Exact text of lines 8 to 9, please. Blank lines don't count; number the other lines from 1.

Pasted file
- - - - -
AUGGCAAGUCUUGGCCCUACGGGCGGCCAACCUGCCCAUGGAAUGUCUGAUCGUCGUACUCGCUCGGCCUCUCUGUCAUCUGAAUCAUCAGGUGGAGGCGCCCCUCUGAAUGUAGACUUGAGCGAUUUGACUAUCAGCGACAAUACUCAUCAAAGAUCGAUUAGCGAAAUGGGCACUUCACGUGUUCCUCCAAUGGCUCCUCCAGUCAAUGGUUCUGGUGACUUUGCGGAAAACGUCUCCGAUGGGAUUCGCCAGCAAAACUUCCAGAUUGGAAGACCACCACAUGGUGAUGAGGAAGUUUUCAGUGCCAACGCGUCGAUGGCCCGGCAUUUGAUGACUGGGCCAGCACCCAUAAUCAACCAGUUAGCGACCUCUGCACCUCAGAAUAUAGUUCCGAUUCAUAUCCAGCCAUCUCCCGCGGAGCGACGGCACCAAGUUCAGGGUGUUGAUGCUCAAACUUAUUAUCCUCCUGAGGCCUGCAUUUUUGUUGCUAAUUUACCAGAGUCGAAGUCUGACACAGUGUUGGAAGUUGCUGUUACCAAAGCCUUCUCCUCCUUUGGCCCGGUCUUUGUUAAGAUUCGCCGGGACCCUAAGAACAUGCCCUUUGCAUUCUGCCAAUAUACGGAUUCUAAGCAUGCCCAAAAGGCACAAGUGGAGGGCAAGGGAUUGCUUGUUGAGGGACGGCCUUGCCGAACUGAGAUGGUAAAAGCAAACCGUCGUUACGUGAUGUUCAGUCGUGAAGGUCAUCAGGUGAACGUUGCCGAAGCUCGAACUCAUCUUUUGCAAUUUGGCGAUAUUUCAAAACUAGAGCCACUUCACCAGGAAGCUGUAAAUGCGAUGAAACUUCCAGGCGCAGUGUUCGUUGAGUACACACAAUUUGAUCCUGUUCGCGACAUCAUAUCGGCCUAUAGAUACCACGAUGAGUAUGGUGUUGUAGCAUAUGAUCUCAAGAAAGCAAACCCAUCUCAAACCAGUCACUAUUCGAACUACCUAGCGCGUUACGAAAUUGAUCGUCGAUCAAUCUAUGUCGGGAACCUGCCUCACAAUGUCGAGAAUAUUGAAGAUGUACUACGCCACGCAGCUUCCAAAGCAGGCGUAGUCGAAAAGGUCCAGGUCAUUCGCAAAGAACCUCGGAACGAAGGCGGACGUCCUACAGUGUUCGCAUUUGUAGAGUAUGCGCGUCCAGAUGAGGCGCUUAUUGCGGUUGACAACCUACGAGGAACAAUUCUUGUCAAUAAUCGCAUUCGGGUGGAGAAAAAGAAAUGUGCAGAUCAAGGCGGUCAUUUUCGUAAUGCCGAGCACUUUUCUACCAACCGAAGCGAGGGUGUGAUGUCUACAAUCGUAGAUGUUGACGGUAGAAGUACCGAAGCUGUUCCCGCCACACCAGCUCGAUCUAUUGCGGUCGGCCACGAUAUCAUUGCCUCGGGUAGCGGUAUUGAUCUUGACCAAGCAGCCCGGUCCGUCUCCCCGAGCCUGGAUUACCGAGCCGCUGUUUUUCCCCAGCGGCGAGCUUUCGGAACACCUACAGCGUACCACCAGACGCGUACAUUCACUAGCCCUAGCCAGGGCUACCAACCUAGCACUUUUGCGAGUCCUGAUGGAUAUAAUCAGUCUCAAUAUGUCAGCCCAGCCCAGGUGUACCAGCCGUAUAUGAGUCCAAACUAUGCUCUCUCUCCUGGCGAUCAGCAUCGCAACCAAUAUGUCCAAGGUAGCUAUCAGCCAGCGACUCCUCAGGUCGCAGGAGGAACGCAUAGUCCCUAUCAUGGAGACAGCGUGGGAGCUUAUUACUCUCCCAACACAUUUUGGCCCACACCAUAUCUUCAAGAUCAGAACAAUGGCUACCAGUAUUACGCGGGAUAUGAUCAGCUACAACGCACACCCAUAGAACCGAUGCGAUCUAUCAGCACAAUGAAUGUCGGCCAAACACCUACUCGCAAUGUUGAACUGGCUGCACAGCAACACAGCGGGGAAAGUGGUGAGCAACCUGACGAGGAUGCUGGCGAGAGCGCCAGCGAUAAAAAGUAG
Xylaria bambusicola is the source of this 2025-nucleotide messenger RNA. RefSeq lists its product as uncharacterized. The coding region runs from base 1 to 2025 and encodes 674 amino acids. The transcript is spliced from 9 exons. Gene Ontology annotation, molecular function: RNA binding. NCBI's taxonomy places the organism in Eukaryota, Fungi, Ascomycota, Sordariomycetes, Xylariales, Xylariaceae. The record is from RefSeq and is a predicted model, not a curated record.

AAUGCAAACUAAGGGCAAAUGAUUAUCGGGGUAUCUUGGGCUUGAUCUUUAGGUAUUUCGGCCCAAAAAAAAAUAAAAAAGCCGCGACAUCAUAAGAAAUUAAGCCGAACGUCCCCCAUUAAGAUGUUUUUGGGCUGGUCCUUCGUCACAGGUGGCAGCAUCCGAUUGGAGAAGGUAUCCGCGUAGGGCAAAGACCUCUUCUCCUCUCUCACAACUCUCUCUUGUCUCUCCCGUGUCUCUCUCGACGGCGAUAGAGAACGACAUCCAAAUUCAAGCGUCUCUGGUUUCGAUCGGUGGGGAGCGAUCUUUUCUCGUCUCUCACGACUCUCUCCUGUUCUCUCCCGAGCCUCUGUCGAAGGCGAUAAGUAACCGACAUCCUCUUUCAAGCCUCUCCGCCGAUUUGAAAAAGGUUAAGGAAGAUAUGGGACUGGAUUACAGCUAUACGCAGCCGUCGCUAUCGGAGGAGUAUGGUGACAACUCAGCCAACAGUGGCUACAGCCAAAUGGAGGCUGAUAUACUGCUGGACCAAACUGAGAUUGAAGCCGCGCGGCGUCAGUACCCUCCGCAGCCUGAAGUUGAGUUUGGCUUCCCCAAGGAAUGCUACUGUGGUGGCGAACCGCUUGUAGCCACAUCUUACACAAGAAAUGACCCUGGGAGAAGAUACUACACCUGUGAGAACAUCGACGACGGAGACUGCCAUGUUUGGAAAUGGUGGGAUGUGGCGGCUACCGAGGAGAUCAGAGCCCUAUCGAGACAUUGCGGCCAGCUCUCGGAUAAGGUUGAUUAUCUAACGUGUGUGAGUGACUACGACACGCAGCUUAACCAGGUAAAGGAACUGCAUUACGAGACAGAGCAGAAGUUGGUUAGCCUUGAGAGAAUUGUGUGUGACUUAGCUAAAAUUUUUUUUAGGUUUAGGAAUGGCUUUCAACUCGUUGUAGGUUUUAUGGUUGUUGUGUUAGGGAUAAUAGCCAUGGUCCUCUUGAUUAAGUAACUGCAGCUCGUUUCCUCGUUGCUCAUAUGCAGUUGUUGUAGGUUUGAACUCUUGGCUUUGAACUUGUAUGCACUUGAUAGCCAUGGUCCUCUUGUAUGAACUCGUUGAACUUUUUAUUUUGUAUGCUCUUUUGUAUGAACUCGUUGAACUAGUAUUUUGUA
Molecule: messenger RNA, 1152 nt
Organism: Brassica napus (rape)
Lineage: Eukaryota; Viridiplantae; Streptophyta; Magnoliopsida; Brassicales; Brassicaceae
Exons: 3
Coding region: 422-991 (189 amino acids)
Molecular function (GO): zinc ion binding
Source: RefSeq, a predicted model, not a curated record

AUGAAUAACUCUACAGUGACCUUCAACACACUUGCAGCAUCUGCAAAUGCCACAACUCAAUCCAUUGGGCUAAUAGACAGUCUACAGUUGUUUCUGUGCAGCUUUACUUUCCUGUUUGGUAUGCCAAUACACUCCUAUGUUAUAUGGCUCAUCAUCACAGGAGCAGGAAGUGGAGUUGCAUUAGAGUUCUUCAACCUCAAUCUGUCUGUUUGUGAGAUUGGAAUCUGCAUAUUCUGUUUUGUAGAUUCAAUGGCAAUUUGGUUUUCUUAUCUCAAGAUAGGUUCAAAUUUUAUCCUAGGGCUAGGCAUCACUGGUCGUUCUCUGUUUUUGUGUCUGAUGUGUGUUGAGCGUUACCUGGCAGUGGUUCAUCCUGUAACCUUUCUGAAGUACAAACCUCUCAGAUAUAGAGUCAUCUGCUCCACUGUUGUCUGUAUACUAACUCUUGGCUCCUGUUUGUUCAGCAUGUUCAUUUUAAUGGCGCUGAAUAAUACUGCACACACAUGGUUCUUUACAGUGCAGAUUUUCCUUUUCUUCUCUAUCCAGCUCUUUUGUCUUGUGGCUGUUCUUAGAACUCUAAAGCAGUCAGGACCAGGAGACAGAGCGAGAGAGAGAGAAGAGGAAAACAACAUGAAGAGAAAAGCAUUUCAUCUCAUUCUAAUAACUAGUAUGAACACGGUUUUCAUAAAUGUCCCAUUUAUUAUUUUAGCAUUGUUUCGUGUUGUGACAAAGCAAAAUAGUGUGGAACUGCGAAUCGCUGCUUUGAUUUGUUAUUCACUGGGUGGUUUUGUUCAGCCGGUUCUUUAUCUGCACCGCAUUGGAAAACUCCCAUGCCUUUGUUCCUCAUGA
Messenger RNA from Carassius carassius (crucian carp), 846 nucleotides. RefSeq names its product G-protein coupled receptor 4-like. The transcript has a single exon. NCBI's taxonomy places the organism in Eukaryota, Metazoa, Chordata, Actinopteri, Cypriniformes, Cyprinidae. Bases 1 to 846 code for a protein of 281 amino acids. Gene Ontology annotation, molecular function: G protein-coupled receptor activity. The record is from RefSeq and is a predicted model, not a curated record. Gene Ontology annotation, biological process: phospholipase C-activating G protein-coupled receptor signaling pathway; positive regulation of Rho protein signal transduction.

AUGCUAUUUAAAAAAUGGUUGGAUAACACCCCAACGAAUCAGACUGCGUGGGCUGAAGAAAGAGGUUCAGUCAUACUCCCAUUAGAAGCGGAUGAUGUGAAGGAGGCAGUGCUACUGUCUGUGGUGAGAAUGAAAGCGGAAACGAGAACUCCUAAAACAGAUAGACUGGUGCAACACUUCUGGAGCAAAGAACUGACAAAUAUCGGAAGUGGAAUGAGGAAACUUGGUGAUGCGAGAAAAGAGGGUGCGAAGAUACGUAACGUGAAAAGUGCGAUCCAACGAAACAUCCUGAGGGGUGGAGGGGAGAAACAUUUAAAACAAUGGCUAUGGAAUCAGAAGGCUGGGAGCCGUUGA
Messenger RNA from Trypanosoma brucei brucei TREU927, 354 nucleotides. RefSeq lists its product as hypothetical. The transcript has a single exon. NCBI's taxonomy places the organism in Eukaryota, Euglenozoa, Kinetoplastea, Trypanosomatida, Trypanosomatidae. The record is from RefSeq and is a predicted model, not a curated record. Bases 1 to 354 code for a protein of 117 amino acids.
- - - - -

Coding region: 422-991 (189 amino acids)
Molecular function (GO): zinc ion binding